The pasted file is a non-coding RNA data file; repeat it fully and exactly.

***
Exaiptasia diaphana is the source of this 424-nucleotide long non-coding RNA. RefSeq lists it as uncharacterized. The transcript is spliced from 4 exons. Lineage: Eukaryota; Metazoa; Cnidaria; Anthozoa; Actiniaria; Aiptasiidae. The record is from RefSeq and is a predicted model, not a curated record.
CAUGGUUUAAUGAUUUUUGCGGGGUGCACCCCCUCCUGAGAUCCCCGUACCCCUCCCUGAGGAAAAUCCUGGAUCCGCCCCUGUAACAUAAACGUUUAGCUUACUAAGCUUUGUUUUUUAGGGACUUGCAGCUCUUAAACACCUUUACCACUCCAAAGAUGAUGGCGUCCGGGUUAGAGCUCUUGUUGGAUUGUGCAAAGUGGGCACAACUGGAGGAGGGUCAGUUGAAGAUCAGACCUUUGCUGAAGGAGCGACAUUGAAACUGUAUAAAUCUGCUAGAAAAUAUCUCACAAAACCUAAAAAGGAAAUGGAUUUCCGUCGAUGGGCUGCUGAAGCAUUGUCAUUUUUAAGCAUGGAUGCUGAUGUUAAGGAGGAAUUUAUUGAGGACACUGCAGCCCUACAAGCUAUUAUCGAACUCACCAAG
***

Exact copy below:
Exaiptasia diaphana is the source of this 424-nucleotide long non-coding RNA. RefSeq lists it as uncharacterized. The transcript is spliced from 4 exons. Lineage: Eukaryota; Metazoa; Cnidaria; Anthozoa; Actiniaria; Aiptasiidae. The record is from RefSeq and is a predicted model, not a curated record.
CAUGGUUUAAUGAUUUUUGCGGGGUGCACCCCCUCCUGAGAUCCCCGUACCCCUCCCUGAGGAAAAUCCUGGAUCCGCCCCUGUAACAUAAACGUUUAGCUUACUAAGCUUUGUUUUUUAGGGACUUGCAGCUCUUAAACACCUUUACCACUCCAAAGAUGAUGGCGUCCGGGUUAGAGCUCUUGUUGGAUUGUGCAAAGUGGGCACAACUGGAGGAGGGUCAGUUGAAGAUCAGACCUUUGCUGAAGGAGCGACAUUGAAACUGUAUAAAUCUGCUAGAAAAUAUCUCACAAAACCUAAAAAGGAAAUGGAUUUCCGUCGAUGGGCUGCUGAAGCAUUGUCAUUUUUAAGCAUGGAUGCUGAUGUUAAGGAGGAAUUUAUUGAGGACACUGCAGCCCUACAAGCUAUUAUCGAACUCACCAAG